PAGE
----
The author of the biblical book of Job wrestled with the mystery of evil. If we look at this book as a drama or play, we can easily see Job as the protagonist, God as the hero, and Satan as the villain. Job’s three friends keep the drama going as they look at all the traditional solutions to the problem of evil and find them wanting. In the end, God interrupts the conversation and gives the answer which leaves theologians and intellectuals at a loss for words to this day.
With Israel’s exile still fresh in mind, the biblical author confronts the mystery of suffering, pushes hard against it, and refuses to be satisfied with pious platitudes. He begins to suspect that there is something more. He has seen the old logic of quid pro quo breaking down, and wonders whether the answer can even come in this life. There is a longing for immortality in his soul. Job expresses this in chapter 14:
There is hope for a tree, that if it is cut down, it will start its life again. Though its roots are old and its stump decays, it can sprout new branches from the ground. But mortals die and are laid low; humans expire, and where are they? As water disappears into the air and into the earth, so mortals lie down and do not rise again (Job 14:7–12).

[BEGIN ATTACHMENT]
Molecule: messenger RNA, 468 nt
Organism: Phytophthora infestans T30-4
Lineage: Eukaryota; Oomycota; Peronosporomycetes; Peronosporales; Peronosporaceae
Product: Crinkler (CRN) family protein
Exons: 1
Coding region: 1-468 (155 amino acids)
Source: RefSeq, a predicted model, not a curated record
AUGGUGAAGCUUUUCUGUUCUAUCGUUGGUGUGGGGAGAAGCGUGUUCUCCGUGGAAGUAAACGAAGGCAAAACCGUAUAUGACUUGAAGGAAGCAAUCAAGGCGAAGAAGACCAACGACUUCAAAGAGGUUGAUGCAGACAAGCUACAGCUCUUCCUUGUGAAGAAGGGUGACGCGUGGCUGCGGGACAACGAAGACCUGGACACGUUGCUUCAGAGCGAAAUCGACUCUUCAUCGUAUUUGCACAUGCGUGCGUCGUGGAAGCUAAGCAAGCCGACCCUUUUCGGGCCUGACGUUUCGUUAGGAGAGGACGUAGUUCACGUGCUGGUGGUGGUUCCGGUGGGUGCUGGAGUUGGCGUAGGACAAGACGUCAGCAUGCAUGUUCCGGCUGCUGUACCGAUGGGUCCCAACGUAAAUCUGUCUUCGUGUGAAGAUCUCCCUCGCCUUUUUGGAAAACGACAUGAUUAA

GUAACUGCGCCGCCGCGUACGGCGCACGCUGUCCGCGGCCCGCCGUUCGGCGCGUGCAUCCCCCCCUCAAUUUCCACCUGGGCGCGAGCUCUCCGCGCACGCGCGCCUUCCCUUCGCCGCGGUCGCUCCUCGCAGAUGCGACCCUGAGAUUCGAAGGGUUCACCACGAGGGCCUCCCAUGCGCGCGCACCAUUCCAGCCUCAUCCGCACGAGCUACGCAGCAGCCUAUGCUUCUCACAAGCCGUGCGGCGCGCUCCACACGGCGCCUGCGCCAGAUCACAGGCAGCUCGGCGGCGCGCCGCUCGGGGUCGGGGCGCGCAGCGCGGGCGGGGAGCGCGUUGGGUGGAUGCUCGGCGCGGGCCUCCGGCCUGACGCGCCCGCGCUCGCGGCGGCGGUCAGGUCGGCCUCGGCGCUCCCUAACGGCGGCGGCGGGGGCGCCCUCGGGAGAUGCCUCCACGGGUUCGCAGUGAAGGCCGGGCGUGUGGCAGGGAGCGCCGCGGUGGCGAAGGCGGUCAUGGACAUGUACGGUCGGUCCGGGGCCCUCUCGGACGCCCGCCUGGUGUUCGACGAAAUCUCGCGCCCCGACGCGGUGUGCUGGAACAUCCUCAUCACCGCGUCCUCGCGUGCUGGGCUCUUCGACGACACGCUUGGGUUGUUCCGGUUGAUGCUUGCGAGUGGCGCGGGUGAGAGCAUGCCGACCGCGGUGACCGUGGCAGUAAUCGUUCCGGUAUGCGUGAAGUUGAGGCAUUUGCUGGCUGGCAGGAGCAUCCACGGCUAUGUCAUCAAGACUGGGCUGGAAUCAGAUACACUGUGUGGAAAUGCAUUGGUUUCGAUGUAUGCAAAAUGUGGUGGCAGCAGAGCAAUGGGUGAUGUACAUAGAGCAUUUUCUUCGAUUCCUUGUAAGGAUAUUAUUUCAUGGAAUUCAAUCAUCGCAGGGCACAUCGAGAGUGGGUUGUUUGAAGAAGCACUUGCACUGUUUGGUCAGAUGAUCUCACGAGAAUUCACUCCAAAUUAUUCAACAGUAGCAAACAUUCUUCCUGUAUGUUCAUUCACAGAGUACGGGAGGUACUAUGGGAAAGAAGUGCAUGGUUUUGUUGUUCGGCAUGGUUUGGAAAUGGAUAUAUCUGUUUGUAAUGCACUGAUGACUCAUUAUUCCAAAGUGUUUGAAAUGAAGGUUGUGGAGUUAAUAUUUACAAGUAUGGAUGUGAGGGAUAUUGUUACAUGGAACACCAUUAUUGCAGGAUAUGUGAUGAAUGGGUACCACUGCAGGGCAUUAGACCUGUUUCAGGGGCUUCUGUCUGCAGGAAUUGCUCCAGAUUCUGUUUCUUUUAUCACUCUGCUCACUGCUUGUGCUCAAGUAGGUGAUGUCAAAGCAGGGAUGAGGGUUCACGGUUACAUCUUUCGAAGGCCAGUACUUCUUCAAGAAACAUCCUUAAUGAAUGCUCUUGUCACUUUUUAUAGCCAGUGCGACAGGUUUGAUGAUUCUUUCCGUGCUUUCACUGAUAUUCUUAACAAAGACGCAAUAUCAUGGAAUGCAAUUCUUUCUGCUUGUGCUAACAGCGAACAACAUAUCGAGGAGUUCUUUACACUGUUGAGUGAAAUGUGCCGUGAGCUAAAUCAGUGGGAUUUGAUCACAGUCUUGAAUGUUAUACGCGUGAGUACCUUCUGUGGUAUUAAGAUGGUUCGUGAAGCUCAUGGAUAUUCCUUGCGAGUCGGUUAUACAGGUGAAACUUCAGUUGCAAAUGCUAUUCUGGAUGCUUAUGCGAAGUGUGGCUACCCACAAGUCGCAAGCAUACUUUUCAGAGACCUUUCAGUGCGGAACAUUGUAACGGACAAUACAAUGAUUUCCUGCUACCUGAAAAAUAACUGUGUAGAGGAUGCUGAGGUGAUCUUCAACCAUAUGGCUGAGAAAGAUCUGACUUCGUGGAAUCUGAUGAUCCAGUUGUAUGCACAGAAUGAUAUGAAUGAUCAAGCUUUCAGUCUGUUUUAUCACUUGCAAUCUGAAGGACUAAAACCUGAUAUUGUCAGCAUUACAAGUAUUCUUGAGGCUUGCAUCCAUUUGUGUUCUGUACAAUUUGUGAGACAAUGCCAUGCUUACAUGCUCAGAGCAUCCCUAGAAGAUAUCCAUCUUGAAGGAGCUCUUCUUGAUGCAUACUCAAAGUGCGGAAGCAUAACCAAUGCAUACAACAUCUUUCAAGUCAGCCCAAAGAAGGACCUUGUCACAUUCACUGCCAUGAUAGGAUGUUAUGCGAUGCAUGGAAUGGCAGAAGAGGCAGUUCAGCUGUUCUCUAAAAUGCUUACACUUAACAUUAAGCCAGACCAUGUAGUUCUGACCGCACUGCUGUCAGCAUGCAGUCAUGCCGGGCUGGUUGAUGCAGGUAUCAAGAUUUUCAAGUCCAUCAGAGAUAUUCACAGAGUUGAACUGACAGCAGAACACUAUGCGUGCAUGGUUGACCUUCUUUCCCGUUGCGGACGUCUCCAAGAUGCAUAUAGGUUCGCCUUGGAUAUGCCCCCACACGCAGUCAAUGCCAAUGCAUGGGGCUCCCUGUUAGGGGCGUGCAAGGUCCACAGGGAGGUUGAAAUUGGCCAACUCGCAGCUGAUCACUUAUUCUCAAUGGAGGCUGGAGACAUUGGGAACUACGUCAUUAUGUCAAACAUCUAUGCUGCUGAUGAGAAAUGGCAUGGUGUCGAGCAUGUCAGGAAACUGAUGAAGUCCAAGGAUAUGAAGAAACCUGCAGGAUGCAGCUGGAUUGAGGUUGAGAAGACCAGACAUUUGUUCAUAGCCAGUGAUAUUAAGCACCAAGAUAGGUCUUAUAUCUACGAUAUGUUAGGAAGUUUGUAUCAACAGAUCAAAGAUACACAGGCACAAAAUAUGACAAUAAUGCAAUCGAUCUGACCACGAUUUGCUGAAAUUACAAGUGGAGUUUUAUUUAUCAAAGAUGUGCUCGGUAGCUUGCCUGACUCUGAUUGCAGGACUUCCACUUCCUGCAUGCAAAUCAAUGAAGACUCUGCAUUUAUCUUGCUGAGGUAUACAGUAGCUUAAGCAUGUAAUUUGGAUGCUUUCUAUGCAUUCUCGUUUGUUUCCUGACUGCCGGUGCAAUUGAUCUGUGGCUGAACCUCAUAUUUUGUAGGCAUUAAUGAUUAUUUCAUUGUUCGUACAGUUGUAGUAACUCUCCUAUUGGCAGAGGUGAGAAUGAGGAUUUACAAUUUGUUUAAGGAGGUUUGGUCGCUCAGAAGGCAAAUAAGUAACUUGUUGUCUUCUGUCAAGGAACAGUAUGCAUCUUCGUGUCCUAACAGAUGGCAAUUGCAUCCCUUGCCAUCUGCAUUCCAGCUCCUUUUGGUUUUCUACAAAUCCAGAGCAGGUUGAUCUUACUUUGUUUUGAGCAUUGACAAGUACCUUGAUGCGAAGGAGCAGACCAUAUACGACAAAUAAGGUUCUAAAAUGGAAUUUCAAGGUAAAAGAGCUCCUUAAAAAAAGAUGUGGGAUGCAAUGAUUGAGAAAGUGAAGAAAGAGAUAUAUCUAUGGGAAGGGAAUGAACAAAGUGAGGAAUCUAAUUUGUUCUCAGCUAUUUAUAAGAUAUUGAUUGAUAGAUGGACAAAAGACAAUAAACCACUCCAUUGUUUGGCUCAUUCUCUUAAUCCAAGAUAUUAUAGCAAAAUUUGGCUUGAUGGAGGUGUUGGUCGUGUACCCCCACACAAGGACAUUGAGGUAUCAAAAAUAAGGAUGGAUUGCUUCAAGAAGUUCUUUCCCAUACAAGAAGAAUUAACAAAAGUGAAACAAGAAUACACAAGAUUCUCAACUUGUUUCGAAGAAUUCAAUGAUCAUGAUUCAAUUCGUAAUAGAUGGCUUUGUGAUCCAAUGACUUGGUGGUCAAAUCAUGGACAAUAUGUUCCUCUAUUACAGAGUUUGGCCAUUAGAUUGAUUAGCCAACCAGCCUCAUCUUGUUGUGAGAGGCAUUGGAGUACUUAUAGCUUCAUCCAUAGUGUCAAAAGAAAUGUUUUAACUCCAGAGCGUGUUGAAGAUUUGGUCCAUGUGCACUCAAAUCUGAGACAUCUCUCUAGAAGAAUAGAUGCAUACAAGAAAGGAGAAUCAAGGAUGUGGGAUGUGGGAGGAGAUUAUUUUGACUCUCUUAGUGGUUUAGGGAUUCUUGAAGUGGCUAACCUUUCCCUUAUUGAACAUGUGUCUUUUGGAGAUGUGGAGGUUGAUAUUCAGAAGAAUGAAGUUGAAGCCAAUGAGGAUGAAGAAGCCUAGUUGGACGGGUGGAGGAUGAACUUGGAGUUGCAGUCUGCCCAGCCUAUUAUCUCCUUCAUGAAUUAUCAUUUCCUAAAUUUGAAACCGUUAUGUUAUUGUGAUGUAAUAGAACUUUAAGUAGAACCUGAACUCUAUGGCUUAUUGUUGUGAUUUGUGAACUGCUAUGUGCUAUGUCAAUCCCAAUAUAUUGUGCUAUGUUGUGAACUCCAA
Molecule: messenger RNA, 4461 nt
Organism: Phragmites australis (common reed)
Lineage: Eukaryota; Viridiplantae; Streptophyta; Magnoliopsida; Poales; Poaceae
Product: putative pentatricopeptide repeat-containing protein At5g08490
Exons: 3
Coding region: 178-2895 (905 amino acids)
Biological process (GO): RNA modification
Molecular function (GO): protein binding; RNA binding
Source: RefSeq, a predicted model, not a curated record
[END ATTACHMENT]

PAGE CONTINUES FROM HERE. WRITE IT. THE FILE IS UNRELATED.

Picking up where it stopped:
Job is hoping against hope, believing against everything he has been taught to believe. The author senses something more to life than what appears. As a nation, the Israelites have seen themselves defeated in exile, yet a remnant still survives and carries with it the hope of rebirth.
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Father Richard Rohr is a Franciscan friar, wisdom teacher, and founder of the Center for Action and Contemplation in Albuquerque, New Mexico.
With thanks to the Center for Action and Contemplation, where this article originally appeared.